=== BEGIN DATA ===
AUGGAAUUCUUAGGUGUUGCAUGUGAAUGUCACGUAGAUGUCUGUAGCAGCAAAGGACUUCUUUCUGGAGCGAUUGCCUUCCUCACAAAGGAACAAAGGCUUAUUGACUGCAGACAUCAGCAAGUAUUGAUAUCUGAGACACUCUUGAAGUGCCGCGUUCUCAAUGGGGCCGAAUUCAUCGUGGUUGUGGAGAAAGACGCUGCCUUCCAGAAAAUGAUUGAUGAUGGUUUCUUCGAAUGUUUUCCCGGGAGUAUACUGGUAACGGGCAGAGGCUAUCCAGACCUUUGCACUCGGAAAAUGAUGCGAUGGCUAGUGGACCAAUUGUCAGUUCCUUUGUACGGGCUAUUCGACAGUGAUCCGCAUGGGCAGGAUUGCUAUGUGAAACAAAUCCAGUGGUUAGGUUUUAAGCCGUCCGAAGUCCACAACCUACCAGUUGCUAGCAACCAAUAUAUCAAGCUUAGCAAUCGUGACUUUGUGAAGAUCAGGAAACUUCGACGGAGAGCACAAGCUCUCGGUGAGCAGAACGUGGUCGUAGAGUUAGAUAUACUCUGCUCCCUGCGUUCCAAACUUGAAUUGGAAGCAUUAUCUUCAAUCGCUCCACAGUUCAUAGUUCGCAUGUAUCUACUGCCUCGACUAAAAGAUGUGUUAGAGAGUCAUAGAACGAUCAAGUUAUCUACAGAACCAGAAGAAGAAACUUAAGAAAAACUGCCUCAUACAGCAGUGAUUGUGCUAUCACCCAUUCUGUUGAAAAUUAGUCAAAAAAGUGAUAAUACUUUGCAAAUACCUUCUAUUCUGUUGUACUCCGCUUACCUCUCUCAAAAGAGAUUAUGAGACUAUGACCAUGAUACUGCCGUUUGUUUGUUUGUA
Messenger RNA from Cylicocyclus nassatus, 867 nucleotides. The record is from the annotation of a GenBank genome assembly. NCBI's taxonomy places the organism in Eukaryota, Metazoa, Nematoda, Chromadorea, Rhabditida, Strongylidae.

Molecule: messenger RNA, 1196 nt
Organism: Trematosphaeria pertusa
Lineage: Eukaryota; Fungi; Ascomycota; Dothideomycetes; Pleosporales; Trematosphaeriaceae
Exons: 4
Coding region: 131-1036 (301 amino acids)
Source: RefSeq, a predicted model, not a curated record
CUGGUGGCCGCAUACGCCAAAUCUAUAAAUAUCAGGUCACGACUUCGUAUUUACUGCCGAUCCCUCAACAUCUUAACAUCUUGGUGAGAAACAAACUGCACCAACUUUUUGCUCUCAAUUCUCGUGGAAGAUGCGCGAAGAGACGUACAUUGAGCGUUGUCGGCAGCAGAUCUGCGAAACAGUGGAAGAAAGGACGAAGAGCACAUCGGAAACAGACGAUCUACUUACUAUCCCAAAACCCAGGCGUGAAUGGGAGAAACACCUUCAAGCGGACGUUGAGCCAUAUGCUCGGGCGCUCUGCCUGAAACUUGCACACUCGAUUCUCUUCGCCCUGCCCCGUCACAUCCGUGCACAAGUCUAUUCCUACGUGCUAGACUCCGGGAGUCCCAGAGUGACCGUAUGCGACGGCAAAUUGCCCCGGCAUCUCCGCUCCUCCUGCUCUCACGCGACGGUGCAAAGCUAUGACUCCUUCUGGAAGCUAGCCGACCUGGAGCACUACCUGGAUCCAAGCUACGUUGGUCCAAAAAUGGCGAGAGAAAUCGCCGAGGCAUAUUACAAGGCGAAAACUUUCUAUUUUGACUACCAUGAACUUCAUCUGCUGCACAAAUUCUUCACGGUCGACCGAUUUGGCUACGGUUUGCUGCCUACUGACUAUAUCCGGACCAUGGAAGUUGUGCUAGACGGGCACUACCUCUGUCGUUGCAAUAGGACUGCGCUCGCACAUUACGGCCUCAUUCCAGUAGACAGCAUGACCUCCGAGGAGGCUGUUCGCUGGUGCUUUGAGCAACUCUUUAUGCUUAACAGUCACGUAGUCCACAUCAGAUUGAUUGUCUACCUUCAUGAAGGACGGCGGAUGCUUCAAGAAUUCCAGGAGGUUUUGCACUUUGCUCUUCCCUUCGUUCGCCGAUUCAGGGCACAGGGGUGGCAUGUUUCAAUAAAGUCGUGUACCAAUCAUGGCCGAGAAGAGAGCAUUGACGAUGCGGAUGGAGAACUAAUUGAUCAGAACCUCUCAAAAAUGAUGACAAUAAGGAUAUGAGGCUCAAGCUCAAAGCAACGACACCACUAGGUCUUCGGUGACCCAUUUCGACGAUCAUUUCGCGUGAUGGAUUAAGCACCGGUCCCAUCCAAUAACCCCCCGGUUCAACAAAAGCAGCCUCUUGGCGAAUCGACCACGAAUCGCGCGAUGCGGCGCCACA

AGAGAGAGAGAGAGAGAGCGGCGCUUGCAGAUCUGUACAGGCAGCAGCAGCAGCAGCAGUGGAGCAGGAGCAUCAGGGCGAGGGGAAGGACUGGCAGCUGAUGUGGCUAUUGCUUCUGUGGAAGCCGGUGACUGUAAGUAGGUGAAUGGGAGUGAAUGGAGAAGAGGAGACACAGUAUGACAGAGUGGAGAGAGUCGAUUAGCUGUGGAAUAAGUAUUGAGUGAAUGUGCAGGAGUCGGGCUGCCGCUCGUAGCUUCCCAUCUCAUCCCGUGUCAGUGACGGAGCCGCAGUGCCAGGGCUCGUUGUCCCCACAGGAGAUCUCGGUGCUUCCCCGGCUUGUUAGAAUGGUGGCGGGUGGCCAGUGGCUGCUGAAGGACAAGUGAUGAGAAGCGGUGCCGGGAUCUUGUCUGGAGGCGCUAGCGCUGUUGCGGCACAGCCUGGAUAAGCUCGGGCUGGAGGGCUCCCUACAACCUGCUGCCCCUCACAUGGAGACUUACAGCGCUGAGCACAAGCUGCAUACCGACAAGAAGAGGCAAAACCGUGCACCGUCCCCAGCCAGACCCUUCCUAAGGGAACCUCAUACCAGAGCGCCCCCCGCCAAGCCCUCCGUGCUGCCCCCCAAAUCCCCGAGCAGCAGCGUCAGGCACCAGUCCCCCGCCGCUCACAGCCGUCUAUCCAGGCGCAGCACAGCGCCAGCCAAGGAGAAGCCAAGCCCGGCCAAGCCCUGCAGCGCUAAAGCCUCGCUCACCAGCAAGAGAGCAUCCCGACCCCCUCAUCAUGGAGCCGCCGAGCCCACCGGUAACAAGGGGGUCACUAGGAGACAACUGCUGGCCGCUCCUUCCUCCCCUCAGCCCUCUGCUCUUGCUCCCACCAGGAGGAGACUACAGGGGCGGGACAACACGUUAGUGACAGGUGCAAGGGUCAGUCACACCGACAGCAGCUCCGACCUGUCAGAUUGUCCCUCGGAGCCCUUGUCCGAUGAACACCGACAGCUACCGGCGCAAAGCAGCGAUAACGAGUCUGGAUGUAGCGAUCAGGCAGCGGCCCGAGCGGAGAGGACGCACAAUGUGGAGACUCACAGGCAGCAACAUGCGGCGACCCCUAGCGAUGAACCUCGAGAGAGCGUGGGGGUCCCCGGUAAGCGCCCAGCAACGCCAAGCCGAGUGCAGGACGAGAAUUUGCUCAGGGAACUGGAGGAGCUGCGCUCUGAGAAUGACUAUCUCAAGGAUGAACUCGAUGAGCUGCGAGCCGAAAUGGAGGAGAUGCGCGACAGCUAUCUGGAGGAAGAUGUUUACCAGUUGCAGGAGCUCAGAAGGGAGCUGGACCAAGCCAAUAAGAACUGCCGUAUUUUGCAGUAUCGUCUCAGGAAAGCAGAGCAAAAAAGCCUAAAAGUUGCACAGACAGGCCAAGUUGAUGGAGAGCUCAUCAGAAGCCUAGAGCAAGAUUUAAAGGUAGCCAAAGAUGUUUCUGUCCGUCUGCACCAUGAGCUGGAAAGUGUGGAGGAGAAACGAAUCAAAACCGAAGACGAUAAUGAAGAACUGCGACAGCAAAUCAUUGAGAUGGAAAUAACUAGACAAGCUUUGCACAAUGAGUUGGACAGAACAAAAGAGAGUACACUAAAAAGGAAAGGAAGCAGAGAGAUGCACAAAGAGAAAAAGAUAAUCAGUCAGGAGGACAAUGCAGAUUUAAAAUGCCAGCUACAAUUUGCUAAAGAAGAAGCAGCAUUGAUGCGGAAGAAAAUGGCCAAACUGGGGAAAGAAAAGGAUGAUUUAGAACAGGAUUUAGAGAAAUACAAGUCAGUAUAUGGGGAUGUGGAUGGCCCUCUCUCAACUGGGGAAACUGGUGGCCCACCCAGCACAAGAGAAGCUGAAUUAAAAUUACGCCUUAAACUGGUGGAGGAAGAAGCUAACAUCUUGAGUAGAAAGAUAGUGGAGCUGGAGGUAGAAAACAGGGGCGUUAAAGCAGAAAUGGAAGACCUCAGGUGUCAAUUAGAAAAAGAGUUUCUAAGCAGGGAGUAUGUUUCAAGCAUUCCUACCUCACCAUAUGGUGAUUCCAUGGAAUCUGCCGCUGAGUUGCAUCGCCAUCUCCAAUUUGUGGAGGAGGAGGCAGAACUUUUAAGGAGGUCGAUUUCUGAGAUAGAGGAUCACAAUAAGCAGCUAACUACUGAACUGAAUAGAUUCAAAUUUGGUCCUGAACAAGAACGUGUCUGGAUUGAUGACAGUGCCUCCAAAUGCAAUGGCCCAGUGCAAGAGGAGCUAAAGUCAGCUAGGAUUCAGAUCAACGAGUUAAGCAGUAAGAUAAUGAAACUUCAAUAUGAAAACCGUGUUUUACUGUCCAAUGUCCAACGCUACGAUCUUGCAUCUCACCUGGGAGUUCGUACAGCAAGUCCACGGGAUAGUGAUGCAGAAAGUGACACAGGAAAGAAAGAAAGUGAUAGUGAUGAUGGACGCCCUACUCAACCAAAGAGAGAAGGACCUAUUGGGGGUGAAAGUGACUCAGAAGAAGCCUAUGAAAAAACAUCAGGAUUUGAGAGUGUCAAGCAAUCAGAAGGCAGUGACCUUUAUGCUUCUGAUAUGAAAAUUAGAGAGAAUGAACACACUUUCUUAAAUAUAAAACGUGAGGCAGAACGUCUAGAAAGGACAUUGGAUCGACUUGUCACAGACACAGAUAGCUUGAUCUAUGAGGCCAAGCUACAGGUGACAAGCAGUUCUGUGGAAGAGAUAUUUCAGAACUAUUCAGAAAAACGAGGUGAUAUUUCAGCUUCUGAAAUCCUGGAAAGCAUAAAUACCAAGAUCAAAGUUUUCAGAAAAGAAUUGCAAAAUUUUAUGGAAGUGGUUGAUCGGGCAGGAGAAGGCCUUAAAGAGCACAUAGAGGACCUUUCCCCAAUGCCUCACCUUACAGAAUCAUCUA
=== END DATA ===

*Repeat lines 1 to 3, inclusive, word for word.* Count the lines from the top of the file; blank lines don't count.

AUGGAAUUCUUAGGUGUUGCAUGUGAAUGUCACGUAGAUGUCUGUAGCAGCAAAGGACUUCUUUCUGGAGCGAUUGCCUUCCUCACAAAGGAACAAAGGCUUAUUGACUGCAGACAUCAGCAAGUAUUGAUAUCUGAGACACUCUUGAAGUGCCGCGUUCUCAAUGGGGCCGAAUUCAUCGUGGUUGUGGAGAAAGACGCUGCCUUCCAGAAAAUGAUUGAUGAUGGUUUCUUCGAAUGUUUUCCCGGGAGUAUACUGGUAACGGGCAGAGGCUAUCCAGACCUUUGCACUCGGAAAAUGAUGCGAUGGCUAGUGGACCAAUUGUCAGUUCCUUUGUACGGGCUAUUCGACAGUGAUCCGCAUGGGCAGGAUUGCUAUGUGAAACAAAUCCAGUGGUUAGGUUUUAAGCCGUCCGAAGUCCACAACCUACCAGUUGCUAGCAACCAAUAUAUCAAGCUUAGCAAUCGUGACUUUGUGAAGAUCAGGAAACUUCGACGGAGAGCACAAGCUCUCGGUGAGCAGAACGUGGUCGUAGAGUUAGAUAUACUCUGCUCCCUGCGUUCCAAACUUGAAUUGGAAGCAUUAUCUUCAAUCGCUCCACAGUUCAUAGUUCGCAUGUAUCUACUGCCUCGACUAAAAGAUGUGUUAGAGAGUCAUAGAACGAUCAAGUUAUCUACAGAACCAGAAGAAGAAACUUAAGAAAAACUGCCUCAUACAGCAGUGAUUGUGCUAUCACCCAUUCUGUUGAAAAUUAGUCAAAAAAGUGAUAAUACUUUGCAAAUACCUUCUAUUCUGUUGUACUCCGCUUACCUCUCUCAAAAGAGAUUAUGAGACUAUGACCAUGAUACUGCCGUUUGUUUGUUUGUA
Messenger RNA from Cylicocyclus nassatus, 867 nucleotides. The record is from the annotation of a GenBank genome assembly. NCBI's taxonomy places the organism in Eukaryota, Metazoa, Nematoda, Chromadorea, Rhabditida, Strongylidae.

Molecule: messenger RNA, 1196 nt